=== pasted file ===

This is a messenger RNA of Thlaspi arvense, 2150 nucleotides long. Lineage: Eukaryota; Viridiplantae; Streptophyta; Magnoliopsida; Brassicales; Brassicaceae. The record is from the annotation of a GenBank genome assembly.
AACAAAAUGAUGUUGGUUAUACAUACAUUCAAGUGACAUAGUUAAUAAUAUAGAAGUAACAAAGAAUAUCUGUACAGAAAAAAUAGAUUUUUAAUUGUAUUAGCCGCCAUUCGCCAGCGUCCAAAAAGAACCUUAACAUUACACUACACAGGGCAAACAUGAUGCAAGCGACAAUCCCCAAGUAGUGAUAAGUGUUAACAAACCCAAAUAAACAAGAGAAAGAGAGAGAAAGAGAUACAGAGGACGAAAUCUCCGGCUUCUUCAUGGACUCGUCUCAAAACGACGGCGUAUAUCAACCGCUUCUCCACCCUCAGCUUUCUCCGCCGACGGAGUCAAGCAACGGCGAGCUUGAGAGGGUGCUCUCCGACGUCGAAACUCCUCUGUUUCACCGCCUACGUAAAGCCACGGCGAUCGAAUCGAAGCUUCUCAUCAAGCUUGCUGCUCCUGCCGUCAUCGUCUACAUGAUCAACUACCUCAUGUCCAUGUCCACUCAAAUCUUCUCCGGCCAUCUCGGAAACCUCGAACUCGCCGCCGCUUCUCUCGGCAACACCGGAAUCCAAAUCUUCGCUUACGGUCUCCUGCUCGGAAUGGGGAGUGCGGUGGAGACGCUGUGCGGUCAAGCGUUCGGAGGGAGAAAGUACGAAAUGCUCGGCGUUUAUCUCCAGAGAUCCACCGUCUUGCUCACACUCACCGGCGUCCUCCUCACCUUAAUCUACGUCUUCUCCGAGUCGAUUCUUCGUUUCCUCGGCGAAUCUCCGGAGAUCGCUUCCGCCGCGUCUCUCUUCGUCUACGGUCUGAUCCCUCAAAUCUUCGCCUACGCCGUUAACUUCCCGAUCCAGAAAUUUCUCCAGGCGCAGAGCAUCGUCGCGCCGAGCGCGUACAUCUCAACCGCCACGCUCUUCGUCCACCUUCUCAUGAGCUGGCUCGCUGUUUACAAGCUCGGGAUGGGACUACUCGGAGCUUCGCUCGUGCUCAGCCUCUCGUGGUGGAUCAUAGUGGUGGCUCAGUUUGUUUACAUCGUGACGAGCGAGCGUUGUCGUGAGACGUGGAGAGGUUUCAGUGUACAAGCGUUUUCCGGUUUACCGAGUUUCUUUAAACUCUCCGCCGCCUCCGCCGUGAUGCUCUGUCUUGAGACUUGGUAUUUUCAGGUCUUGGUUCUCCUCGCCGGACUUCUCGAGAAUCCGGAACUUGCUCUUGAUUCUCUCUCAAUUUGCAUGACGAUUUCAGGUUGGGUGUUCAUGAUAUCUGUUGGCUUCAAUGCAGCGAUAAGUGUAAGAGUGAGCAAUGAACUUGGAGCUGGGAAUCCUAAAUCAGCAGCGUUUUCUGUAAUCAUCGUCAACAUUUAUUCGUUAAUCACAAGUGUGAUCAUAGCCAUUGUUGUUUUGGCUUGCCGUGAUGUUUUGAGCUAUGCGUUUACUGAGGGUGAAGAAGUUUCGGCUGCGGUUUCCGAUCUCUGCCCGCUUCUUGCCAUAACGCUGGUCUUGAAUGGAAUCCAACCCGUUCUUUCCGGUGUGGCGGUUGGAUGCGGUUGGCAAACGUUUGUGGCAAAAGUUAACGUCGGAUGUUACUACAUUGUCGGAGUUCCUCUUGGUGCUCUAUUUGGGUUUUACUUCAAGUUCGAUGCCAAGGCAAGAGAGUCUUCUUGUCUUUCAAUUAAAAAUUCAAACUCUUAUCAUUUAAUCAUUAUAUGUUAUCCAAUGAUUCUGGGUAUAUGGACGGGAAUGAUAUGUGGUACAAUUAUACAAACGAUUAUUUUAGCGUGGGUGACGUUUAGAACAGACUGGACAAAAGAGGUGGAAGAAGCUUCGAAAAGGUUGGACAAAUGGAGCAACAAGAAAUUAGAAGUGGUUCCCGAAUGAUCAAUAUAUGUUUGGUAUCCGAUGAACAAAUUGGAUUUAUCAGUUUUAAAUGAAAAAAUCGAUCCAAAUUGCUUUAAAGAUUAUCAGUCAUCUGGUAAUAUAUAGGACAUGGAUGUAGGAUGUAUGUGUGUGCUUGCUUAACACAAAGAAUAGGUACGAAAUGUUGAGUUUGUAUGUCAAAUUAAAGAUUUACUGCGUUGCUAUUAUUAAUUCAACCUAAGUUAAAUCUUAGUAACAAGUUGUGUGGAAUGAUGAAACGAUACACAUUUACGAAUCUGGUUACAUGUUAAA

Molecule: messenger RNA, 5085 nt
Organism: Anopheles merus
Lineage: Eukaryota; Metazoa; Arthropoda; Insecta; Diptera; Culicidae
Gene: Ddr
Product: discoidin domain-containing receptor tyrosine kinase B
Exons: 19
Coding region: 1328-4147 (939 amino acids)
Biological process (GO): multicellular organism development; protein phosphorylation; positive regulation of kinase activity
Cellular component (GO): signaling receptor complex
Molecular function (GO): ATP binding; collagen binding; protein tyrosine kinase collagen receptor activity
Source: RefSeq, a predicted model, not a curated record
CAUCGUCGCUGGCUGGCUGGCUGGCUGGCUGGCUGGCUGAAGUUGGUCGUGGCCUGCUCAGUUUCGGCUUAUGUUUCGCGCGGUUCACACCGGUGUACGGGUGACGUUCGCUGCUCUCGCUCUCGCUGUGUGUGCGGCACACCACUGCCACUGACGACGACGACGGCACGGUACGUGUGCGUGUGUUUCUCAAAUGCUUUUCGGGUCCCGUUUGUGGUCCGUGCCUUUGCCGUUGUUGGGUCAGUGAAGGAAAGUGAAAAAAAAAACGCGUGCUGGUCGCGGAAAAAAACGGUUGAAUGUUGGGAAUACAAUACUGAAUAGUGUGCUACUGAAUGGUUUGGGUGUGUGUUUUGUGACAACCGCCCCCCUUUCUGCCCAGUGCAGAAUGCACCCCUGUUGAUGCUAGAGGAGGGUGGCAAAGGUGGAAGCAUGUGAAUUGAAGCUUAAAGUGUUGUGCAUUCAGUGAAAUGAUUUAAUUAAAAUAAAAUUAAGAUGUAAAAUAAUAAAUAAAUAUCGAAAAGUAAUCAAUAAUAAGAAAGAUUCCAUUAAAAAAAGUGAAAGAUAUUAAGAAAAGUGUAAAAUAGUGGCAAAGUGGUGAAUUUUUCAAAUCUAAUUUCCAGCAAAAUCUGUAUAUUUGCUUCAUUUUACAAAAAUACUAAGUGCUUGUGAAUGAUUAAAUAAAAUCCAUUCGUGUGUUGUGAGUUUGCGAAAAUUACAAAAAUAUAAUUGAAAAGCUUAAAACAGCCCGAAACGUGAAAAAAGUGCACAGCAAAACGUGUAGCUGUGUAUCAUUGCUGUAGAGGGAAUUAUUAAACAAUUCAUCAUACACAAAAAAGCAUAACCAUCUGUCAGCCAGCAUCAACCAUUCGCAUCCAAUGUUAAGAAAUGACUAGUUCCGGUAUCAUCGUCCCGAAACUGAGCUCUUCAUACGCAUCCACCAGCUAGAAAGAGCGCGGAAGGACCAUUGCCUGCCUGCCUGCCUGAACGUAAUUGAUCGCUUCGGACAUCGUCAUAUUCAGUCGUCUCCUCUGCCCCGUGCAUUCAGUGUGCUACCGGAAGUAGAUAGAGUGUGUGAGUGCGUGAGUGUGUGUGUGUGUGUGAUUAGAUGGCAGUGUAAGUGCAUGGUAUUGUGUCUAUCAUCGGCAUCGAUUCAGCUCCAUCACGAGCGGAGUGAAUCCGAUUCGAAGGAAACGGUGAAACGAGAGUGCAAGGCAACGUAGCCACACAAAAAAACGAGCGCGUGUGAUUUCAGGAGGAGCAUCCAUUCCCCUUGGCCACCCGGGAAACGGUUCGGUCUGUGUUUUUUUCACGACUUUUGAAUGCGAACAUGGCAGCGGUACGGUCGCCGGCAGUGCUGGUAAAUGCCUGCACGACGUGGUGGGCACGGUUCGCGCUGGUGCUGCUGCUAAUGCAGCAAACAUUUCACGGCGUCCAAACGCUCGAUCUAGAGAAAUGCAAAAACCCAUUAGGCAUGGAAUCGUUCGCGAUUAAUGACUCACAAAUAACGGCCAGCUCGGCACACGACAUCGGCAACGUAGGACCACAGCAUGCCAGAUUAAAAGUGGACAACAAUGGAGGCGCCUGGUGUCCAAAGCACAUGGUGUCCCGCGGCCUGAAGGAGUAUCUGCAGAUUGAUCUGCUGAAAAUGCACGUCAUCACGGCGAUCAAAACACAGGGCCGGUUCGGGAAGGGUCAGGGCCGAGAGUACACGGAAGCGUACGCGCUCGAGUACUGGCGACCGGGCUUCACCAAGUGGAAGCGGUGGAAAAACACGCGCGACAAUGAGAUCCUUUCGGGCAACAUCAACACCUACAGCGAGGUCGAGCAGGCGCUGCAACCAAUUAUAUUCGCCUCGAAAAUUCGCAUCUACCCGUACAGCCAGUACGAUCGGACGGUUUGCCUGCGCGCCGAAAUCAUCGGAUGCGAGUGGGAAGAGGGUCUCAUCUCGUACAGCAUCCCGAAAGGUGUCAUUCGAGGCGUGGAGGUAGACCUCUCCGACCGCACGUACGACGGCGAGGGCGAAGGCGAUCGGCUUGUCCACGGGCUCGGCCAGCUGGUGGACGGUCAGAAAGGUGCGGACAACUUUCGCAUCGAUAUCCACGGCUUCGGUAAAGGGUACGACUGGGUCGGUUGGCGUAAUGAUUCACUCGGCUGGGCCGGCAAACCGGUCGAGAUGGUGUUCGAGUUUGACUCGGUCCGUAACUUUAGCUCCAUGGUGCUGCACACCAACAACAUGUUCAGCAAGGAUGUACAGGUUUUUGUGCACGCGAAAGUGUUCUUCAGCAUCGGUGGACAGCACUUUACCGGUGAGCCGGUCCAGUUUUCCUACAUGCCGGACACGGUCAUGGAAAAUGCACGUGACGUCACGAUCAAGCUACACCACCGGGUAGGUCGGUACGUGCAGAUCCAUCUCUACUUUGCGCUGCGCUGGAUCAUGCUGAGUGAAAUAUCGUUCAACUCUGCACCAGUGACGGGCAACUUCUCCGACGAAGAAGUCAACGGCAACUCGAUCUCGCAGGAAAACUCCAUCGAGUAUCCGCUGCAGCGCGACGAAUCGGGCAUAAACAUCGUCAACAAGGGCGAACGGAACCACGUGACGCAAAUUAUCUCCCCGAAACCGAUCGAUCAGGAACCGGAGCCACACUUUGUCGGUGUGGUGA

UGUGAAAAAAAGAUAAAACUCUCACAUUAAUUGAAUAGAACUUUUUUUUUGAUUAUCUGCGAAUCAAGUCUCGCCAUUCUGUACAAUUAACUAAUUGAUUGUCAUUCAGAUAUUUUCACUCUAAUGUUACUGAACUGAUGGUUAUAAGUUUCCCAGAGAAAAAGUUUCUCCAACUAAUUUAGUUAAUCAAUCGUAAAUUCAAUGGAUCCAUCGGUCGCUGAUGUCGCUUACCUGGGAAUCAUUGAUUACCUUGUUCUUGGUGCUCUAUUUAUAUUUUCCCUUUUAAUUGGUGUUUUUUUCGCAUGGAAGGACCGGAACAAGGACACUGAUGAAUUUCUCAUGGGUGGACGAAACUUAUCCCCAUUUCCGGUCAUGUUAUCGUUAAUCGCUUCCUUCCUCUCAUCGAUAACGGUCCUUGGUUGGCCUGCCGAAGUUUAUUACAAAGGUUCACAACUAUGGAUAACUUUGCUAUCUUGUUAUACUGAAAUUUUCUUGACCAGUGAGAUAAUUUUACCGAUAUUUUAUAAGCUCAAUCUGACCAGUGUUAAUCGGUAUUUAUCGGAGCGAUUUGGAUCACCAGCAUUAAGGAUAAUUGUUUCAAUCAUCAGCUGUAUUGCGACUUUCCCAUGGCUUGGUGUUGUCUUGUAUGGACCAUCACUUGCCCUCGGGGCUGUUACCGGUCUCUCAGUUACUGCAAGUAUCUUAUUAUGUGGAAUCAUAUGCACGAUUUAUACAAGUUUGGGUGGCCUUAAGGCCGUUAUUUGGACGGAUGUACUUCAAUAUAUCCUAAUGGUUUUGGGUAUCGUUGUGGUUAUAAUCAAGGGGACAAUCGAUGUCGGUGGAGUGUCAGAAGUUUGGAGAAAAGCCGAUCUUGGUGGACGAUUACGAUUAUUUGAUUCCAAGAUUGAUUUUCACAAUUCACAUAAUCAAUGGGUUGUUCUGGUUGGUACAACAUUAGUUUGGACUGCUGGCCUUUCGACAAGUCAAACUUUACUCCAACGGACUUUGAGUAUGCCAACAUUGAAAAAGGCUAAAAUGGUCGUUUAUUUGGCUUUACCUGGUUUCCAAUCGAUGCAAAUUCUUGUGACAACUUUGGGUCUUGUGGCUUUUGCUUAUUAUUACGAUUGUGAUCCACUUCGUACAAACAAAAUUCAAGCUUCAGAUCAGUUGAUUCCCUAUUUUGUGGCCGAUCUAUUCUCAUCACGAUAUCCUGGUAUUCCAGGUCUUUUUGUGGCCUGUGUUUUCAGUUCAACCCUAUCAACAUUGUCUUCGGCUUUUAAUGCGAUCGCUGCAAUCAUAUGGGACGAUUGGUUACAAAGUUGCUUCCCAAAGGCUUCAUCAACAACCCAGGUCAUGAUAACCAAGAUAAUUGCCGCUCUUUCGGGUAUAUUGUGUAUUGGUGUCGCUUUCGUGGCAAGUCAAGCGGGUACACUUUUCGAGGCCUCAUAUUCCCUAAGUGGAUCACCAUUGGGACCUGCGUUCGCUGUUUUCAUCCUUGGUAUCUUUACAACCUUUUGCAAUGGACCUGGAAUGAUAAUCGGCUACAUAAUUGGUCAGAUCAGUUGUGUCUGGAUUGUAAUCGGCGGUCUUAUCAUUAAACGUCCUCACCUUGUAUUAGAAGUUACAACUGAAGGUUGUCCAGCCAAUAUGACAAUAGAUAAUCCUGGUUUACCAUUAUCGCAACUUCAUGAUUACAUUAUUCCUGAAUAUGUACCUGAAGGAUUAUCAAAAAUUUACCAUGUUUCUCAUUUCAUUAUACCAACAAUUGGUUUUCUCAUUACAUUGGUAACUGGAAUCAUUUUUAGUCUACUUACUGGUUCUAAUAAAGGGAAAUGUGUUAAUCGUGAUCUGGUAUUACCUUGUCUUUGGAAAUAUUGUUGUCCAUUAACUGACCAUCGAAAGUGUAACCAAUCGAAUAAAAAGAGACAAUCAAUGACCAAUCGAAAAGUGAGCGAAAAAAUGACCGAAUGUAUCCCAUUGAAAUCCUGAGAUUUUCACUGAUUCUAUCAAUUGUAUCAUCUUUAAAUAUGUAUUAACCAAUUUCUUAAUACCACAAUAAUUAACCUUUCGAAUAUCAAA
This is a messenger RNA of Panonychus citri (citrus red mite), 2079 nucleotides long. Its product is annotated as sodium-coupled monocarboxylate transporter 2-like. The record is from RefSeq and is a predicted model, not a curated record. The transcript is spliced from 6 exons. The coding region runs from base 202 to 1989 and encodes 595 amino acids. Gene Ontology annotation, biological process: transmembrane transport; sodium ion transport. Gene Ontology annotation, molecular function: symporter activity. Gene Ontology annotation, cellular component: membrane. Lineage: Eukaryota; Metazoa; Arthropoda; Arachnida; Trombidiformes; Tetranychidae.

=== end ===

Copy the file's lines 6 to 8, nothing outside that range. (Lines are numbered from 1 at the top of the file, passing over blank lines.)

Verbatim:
Gene: Ddr
Product: discoidin domain-containing receptor tyrosine kinase B
Exons: 19